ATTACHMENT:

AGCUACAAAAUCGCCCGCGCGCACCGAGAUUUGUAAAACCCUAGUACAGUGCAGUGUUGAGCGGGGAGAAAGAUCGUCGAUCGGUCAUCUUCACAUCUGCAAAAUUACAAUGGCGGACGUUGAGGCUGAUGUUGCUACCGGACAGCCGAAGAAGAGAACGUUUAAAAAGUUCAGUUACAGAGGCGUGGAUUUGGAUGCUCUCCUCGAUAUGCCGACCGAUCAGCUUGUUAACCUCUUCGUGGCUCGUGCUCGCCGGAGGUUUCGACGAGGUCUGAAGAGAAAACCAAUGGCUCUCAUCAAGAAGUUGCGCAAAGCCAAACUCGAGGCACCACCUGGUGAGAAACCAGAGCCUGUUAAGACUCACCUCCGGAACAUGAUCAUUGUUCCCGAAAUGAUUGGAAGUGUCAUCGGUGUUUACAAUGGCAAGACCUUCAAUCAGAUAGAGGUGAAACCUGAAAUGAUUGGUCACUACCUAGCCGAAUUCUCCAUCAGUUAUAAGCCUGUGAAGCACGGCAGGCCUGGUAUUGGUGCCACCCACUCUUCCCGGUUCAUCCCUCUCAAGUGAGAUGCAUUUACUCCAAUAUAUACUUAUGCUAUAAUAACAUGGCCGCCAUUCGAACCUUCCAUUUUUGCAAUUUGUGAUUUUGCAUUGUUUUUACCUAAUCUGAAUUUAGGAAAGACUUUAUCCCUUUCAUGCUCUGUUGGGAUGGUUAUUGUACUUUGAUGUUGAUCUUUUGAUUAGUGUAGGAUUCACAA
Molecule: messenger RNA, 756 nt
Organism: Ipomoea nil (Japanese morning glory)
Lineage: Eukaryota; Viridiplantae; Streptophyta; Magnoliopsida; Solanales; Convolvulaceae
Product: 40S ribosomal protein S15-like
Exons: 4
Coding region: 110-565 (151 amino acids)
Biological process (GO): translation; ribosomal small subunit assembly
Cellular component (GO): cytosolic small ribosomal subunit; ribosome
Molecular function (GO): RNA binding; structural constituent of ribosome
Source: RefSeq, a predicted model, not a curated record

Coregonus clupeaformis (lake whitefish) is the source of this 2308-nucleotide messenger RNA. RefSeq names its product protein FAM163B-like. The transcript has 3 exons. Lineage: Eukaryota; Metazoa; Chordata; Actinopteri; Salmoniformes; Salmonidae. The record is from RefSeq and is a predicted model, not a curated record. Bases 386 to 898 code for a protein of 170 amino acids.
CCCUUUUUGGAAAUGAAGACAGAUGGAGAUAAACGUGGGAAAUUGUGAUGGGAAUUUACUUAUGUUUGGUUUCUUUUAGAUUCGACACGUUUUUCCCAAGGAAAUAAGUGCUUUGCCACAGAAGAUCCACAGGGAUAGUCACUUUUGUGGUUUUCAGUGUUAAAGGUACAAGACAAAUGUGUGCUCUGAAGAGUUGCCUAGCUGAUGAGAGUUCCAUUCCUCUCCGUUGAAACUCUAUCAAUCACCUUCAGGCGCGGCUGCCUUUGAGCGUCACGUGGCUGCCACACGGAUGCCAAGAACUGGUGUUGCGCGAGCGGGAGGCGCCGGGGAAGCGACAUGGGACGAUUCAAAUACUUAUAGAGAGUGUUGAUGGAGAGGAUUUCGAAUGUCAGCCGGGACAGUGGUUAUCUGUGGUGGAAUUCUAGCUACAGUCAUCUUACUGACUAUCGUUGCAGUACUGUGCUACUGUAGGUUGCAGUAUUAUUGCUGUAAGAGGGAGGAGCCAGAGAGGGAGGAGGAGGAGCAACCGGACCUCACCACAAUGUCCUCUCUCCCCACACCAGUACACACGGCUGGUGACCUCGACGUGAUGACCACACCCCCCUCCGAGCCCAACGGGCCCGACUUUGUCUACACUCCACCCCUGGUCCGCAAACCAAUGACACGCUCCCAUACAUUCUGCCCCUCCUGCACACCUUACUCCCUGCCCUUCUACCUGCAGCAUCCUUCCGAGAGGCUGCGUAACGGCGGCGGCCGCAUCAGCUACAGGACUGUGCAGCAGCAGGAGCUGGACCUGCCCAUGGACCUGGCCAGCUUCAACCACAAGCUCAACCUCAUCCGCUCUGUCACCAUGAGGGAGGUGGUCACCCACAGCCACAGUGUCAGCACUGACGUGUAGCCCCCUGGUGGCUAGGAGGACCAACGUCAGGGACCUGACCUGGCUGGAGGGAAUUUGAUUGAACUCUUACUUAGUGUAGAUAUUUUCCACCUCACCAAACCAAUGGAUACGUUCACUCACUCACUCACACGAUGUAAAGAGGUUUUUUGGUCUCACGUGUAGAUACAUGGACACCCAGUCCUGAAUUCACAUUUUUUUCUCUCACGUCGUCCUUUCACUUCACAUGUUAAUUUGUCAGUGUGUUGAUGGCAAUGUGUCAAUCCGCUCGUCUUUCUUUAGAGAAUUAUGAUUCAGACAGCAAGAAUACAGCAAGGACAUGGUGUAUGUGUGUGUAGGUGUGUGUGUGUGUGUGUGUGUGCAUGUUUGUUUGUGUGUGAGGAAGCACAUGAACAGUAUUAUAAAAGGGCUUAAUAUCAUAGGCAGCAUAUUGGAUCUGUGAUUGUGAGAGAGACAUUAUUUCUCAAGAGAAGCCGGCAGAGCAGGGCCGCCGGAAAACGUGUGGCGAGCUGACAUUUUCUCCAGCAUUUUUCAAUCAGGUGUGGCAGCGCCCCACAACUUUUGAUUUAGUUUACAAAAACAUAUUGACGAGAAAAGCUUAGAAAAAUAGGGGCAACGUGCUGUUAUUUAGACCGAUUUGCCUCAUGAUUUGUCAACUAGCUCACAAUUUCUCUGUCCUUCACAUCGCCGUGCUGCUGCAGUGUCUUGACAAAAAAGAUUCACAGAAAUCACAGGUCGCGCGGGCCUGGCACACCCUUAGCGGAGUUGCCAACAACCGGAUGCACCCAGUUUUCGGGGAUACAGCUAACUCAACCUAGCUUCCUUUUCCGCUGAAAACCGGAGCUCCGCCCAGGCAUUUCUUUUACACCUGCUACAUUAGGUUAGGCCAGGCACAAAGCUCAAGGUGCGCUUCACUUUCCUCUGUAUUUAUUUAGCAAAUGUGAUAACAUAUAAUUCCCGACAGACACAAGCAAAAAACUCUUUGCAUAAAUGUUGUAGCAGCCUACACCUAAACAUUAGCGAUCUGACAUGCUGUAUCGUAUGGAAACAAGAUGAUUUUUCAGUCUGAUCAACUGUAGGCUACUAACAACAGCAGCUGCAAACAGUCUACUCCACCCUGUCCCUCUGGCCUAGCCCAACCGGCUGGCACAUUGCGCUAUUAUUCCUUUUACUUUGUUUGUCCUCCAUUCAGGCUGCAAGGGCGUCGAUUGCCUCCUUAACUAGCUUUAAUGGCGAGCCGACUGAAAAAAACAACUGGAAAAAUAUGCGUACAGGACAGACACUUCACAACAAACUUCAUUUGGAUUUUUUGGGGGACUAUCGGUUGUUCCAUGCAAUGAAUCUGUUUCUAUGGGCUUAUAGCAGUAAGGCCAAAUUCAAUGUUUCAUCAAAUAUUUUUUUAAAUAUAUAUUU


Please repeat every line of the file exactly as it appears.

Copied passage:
AGCUACAAAAUCGCCCGCGCGCACCGAGAUUUGUAAAACCCUAGUACAGUGCAGUGUUGAGCGGGGAGAAAGAUCGUCGAUCGGUCAUCUUCACAUCUGCAAAAUUACAAUGGCGGACGUUGAGGCUGAUGUUGCUACCGGACAGCCGAAGAAGAGAACGUUUAAAAAGUUCAGUUACAGAGGCGUGGAUUUGGAUGCUCUCCUCGAUAUGCCGACCGAUCAGCUUGUUAACCUCUUCGUGGCUCGUGCUCGCCGGAGGUUUCGACGAGGUCUGAAGAGAAAACCAAUGGCUCUCAUCAAGAAGUUGCGCAAAGCCAAACUCGAGGCACCACCUGGUGAGAAACCAGAGCCUGUUAAGACUCACCUCCGGAACAUGAUCAUUGUUCCCGAAAUGAUUGGAAGUGUCAUCGGUGUUUACAAUGGCAAGACCUUCAAUCAGAUAGAGGUGAAACCUGAAAUGAUUGGUCACUACCUAGCCGAAUUCUCCAUCAGUUAUAAGCCUGUGAAGCACGGCAGGCCUGGUAUUGGUGCCACCCACUCUUCCCGGUUCAUCCCUCUCAAGUGAGAUGCAUUUACUCCAAUAUAUACUUAUGCUAUAAUAACAUGGCCGCCAUUCGAACCUUCCAUUUUUGCAAUUUGUGAUUUUGCAUUGUUUUUACCUAAUCUGAAUUUAGGAAAGACUUUAUCCCUUUCAUGCUCUGUUGGGAUGGUUAUUGUACUUUGAUGUUGAUCUUUUGAUUAGUGUAGGAUUCACAA
Molecule: messenger RNA, 756 nt
Organism: Ipomoea nil (Japanese morning glory)
Lineage: Eukaryota; Viridiplantae; Streptophyta; Magnoliopsida; Solanales; Convolvulaceae
Product: 40S ribosomal protein S15-like
Exons: 4
Coding region: 110-565 (151 amino acids)
Biological process (GO): translation; ribosomal small subunit assembly
Cellular component (GO): cytosolic small ribosomal subunit; ribosome
Molecular function (GO): RNA binding; structural constituent of ribosome
Source: RefSeq, a predicted model, not a curated record

Coregonus clupeaformis (lake whitefish) is the source of this 2308-nucleotide messenger RNA. RefSeq names its product protein FAM163B-like. The transcript has 3 exons. Lineage: Eukaryota; Metazoa; Chordata; Actinopteri; Salmoniformes; Salmonidae. The record is from RefSeq and is a predicted model, not a curated record. Bases 386 to 898 code for a protein of 170 amino acids.
CCCUUUUUGGAAAUGAAGACAGAUGGAGAUAAACGUGGGAAAUUGUGAUGGGAAUUUACUUAUGUUUGGUUUCUUUUAGAUUCGACACGUUUUUCCCAAGGAAAUAAGUGCUUUGCCACAGAAGAUCCACAGGGAUAGUCACUUUUGUGGUUUUCAGUGUUAAAGGUACAAGACAAAUGUGUGCUCUGAAGAGUUGCCUAGCUGAUGAGAGUUCCAUUCCUCUCCGUUGAAACUCUAUCAAUCACCUUCAGGCGCGGCUGCCUUUGAGCGUCACGUGGCUGCCACACGGAUGCCAAGAACUGGUGUUGCGCGAGCGGGAGGCGCCGGGGAAGCGACAUGGGACGAUUCAAAUACUUAUAGAGAGUGUUGAUGGAGAGGAUUUCGAAUGUCAGCCGGGACAGUGGUUAUCUGUGGUGGAAUUCUAGCUACAGUCAUCUUACUGACUAUCGUUGCAGUACUGUGCUACUGUAGGUUGCAGUAUUAUUGCUGUAAGAGGGAGGAGCCAGAGAGGGAGGAGGAGGAGCAACCGGACCUCACCACAAUGUCCUCUCUCCCCACACCAGUACACACGGCUGGUGACCUCGACGUGAUGACCACACCCCCCUCCGAGCCCAACGGGCCCGACUUUGUCUACACUCCACCCCUGGUCCGCAAACCAAUGACACGCUCCCAUACAUUCUGCCCCUCCUGCACACCUUACUCCCUGCCCUUCUACCUGCAGCAUCCUUCCGAGAGGCUGCGUAACGGCGGCGGCCGCAUCAGCUACAGGACUGUGCAGCAGCAGGAGCUGGACCUGCCCAUGGACCUGGCCAGCUUCAACCACAAGCUCAACCUCAUCCGCUCUGUCACCAUGAGGGAGGUGGUCACCCACAGCCACAGUGUCAGCACUGACGUGUAGCCCCCUGGUGGCUAGGAGGACCAACGUCAGGGACCUGACCUGGCUGGAGGGAAUUUGAUUGAACUCUUACUUAGUGUAGAUAUUUUCCACCUCACCAAACCAAUGGAUACGUUCACUCACUCACUCACACGAUGUAAAGAGGUUUUUUGGUCUCACGUGUAGAUACAUGGACACCCAGUCCUGAAUUCACAUUUUUUUCUCUCACGUCGUCCUUUCACUUCACAUGUUAAUUUGUCAGUGUGUUGAUGGCAAUGUGUCAAUCCGCUCGUCUUUCUUUAGAGAAUUAUGAUUCAGACAGCAAGAAUACAGCAAGGACAUGGUGUAUGUGUGUGUAGGUGUGUGUGUGUGUGUGUGUGUGCAUGUUUGUUUGUGUGUGAGGAAGCACAUGAACAGUAUUAUAAAAGGGCUUAAUAUCAUAGGCAGCAUAUUGGAUCUGUGAUUGUGAGAGAGACAUUAUUUCUCAAGAGAAGCCGGCAGAGCAGGGCCGCCGGAAAACGUGUGGCGAGCUGACAUUUUCUCCAGCAUUUUUCAAUCAGGUGUGGCAGCGCCCCACAACUUUUGAUUUAGUUUACAAAAACAUAUUGACGAGAAAAGCUUAGAAAAAUAGGGGCAACGUGCUGUUAUUUAGACCGAUUUGCCUCAUGAUUUGUCAACUAGCUCACAAUUUCUCUGUCCUUCACAUCGCCGUGCUGCUGCAGUGUCUUGACAAAAAAGAUUCACAGAAAUCACAGGUCGCGCGGGCCUGGCACACCCUUAGCGGAGUUGCCAACAACCGGAUGCACCCAGUUUUCGGGGAUACAGCUAACUCAACCUAGCUUCCUUUUCCGCUGAAAACCGGAGCUCCGCCCAGGCAUUUCUUUUACACCUGCUACAUUAGGUUAGGCCAGGCACAAAGCUCAAGGUGCGCUUCACUUUCCUCUGUAUUUAUUUAGCAAAUGUGAUAACAUAUAAUUCCCGACAGACACAAGCAAAAAACUCUUUGCAUAAAUGUUGUAGCAGCCUACACCUAAACAUUAGCGAUCUGACAUGCUGUAUCGUAUGGAAACAAGAUGAUUUUUCAGUCUGAUCAACUGUAGGCUACUAACAACAGCAGCUGCAAACAGUCUACUCCACCCUGUCCCUCUGGCCUAGCCCAACCGGCUGGCACAUUGCGCUAUUAUUCCUUUUACUUUGUUUGUCCUCCAUUCAGGCUGCAAGGGCGUCGAUUGCCUCCUUAACUAGCUUUAAUGGCGAGCCGACUGAAAAAAACAACUGGAAAAAUAUGCGUACAGGACAGACACUUCACAACAAACUUCAUUUGGAUUUUUUGGGGGACUAUCGGUUGUUCCAUGCAAUGAAUCUGUUUCUAUGGGCUUAUAGCAGUAAGGCCAAAUUCAAUGUUUCAUCAAAUAUUUUUUUAAAUAUAUAUUU